Does your Organization have a Disaster Recovery Plan (DRP)?

Those who fail to plan, plan to fail.

With the recent events taking place in the Caribbean and areas of the south due to Hurricanes Irma and Harvey, this is a good time to either setup a (DRP) disaster recovery plan, or make sure your current DRP is updated. A disaster recovery plan is a documented set of procedures to recover and protect a business IT infrastructure in case of an environmental, or man-made disaster. The plan specifies the process to follow when an organization is facing an extreme or dire situation that may potentially disrupt or stop business. The goal of the DRP is to recover information technology data, assets and facilities.

Organizations cannot always avoid imminent threats to their IT infrastructure, however with careful planning the damage can be minimized. The primary objective of your DRP in the event that operations and computer systems are unusable, is to mitigate business disruption, and ensure recovery in a organized and systemic fashion. Below we outlined some tips to help you get started with your disaster recovery plan:


The creation of a disaster recovery plan can easily overwhelm an organization and the leaders that are conceiving it. Start off with the basics of your plan and outline a few details that will give you an idea of your objectives. A DRP is a fluid document that will have additions over time and as your infrastructure matures. Define the most critical aspects to keep your business running such as email, application access, database backups, computer equipment and the timing it will require to get business up-and-running after the disaster occurs. Also, make sure you have proper announcements in place, to notify your staff, and more importantly to keep your clients informed.


In a recent survey, 89% of organizations who have a disaster recovery plan only test it once-a-year or not at all. The only way your DRP is a success in case of an actual disaster, is making sure it operates efficiently by frequent testing. Schedule different disaster scenarios that test the different methods of recovery for your company. Make it an “all hands” event to ensure employee participation. Using simulated events to execute your DRP  not only reinforces the protocols and rules to follow, but allows you to verify your processes in case you need to alter your strategy.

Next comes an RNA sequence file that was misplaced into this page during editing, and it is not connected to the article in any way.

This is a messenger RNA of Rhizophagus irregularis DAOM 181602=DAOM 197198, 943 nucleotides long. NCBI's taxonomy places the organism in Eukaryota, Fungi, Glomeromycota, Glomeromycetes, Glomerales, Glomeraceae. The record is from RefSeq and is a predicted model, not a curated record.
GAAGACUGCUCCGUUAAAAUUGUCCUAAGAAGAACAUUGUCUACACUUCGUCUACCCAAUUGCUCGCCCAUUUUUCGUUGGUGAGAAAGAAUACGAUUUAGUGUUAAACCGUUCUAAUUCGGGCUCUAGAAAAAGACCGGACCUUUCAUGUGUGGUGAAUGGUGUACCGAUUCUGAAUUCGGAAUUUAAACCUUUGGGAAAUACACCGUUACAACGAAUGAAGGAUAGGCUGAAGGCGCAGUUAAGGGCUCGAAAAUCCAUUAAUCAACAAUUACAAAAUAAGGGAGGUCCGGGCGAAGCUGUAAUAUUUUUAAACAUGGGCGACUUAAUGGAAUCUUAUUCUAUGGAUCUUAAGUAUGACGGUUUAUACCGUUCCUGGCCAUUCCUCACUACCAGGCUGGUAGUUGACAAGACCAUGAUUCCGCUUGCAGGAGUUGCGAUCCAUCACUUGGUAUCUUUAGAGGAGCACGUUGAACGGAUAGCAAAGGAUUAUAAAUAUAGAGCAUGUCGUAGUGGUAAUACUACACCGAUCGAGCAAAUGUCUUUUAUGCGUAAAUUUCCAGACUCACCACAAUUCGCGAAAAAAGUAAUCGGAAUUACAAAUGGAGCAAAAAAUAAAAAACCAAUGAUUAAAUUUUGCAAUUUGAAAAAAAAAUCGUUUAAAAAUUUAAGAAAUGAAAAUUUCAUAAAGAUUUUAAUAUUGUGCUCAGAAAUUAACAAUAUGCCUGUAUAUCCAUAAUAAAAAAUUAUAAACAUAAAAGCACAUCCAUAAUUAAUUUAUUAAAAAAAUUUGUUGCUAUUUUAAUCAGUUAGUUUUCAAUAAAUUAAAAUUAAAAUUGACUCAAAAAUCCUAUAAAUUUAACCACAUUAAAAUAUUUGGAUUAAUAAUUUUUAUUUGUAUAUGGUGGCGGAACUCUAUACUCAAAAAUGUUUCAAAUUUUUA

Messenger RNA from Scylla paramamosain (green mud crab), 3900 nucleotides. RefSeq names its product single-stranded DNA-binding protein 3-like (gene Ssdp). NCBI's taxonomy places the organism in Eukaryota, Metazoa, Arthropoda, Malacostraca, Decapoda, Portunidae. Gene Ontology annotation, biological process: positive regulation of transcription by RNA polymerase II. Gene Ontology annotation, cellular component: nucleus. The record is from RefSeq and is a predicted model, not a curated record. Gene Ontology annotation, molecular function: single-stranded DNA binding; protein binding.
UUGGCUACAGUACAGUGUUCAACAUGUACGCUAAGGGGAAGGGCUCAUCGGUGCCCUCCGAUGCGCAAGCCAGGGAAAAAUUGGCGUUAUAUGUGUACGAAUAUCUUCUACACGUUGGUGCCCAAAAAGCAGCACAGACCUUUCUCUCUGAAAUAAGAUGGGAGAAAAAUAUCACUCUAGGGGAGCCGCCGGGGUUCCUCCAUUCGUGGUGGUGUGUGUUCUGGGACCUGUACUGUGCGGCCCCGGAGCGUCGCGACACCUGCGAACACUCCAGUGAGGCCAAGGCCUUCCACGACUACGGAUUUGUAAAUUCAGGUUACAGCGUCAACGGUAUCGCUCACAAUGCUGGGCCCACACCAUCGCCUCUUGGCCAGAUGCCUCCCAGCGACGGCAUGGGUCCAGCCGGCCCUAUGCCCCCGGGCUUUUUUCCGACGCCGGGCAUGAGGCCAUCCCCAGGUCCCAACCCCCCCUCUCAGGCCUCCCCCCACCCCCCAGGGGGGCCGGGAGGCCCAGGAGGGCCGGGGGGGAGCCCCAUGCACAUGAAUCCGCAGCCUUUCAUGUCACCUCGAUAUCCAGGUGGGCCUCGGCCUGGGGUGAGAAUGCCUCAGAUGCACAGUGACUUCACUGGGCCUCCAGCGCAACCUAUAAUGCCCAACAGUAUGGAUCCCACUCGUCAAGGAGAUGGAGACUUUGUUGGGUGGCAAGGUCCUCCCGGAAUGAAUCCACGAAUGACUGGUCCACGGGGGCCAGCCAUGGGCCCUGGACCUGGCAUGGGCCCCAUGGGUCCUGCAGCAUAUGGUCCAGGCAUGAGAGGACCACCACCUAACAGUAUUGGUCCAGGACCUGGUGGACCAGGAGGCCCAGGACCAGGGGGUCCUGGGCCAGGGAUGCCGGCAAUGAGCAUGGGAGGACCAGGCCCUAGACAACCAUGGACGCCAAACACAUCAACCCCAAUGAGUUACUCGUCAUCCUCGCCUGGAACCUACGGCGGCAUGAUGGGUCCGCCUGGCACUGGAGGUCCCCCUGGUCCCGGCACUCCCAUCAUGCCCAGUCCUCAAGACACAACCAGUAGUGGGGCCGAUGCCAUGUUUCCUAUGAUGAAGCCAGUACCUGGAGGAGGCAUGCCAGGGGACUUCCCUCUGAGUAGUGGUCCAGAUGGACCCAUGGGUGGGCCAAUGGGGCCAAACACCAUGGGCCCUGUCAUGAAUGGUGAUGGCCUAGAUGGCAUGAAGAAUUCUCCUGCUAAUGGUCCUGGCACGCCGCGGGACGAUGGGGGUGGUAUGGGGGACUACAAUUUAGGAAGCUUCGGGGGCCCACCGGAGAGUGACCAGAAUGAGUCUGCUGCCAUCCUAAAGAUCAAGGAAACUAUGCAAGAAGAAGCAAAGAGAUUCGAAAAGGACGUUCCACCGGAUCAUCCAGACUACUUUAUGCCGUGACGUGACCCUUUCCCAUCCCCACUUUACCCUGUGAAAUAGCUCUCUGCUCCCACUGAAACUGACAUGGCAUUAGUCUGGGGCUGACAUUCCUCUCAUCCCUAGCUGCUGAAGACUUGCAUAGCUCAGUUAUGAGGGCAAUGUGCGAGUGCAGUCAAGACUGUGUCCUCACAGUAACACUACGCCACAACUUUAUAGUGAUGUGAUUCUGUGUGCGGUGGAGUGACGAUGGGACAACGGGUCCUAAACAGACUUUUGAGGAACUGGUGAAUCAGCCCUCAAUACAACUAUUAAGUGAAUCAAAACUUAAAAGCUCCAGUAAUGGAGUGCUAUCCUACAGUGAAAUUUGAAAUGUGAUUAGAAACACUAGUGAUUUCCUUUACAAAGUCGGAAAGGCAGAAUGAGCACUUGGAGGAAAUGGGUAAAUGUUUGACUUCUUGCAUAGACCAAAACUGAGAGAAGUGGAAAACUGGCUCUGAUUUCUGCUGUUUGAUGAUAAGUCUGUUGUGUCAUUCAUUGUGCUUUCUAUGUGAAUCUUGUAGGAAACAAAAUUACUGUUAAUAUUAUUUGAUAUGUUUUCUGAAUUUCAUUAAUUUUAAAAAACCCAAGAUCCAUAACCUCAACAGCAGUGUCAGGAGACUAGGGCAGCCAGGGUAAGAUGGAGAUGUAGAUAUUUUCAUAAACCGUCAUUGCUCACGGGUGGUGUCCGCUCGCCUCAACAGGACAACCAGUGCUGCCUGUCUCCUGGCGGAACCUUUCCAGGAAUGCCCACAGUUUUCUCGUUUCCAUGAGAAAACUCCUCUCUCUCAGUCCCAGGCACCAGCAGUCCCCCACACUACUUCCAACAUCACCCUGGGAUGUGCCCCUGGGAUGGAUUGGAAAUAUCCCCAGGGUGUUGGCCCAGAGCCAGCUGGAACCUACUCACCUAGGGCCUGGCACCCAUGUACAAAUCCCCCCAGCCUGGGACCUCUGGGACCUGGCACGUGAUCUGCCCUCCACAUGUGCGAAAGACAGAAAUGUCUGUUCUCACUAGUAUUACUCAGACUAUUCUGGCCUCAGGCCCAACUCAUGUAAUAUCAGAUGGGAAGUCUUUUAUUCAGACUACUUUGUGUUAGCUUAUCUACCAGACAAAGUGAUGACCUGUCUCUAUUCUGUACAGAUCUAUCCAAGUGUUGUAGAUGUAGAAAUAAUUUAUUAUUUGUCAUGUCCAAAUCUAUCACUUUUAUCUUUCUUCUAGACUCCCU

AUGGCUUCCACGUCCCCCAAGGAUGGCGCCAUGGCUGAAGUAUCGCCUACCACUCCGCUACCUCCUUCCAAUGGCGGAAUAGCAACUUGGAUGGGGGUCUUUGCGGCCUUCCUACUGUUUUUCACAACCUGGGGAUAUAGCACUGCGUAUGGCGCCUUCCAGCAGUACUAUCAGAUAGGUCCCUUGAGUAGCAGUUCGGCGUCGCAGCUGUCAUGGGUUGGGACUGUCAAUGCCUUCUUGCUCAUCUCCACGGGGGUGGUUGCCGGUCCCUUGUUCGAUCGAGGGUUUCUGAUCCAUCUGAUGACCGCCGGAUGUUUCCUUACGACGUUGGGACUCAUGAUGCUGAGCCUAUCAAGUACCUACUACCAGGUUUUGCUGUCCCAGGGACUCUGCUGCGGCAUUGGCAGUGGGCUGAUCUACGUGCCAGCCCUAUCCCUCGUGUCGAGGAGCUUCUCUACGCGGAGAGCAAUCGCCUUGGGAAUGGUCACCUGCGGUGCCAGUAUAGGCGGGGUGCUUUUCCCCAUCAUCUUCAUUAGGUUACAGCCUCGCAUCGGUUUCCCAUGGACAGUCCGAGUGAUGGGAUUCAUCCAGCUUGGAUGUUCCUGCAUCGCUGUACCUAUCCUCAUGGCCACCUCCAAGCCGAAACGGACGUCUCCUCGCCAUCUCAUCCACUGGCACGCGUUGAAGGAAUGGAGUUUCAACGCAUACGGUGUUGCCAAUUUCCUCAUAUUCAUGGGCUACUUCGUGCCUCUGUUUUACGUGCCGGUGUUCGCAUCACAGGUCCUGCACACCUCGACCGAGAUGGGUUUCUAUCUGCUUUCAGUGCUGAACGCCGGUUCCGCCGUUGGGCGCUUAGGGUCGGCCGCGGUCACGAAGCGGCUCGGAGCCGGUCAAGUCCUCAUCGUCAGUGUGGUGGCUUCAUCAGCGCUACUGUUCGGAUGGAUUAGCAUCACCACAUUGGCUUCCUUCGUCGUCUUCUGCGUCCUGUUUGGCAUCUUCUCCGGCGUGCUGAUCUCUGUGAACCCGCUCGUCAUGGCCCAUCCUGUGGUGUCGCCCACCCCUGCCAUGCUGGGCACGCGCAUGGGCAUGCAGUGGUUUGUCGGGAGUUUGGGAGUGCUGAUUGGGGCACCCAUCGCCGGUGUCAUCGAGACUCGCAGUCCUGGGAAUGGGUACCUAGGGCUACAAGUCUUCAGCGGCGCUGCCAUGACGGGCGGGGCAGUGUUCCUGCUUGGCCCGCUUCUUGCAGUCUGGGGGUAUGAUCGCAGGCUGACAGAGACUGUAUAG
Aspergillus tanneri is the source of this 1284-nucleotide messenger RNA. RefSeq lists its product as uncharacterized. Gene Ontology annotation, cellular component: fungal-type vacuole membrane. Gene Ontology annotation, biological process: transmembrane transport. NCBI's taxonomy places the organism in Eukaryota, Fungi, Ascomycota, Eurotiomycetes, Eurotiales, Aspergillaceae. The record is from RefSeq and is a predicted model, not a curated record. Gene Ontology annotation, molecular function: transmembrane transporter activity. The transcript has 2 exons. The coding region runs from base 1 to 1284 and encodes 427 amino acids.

Off-Site Data Backup and Storage:

Redundancy cannot be stressed enough in case of an event that threatens to shut down mission-critical systems. One of an organizations primary concerns should be the protection of data, and making sure that you have an off-site location to store your most valuable information. Make sure your DRP has a protocol in place that backs up and transfers your most important data securely offsite. Every company should have a “recovery point objective” or RPO, which is the time between the last available backup and when a disruption could possibly occur. The RPO should be based on tolerance for loss of data or reentering of data, and companies should perform daily backups if not more for continuous data protection.

Consider a Managed Services Provider:

Managed service providers or MSPs have emerged to become a valuable asset in disaster recovery planning. Many companies despite their size, lack the technical professionals and time to execute the creation and frequent testing to maintain a DRP. MSPs not only have the staff, but the technical expertise to design, implement and manage complex disaster recovery projects for small, medium and large sized businesses. Additionally, MSPs have the servers, storage and network infrastructure to truly manage all aspects of a DRP, while keeping costs manageable and allowing you to focus on your core areas of business.

Fidelus Technologies, based out of New York City is a Professional and Managed Information Technology Services company focused on customer success and business efficiency . Our services provide seamless networking, data center, wireless, security and unified communications expertise for enterprise businesses.  We have a consultative life cycle approach that includes requirements gathering, assessments, solution design, planning, project management, engineering, adoption and evolution (training) services to fully support the IT needs of your organization.

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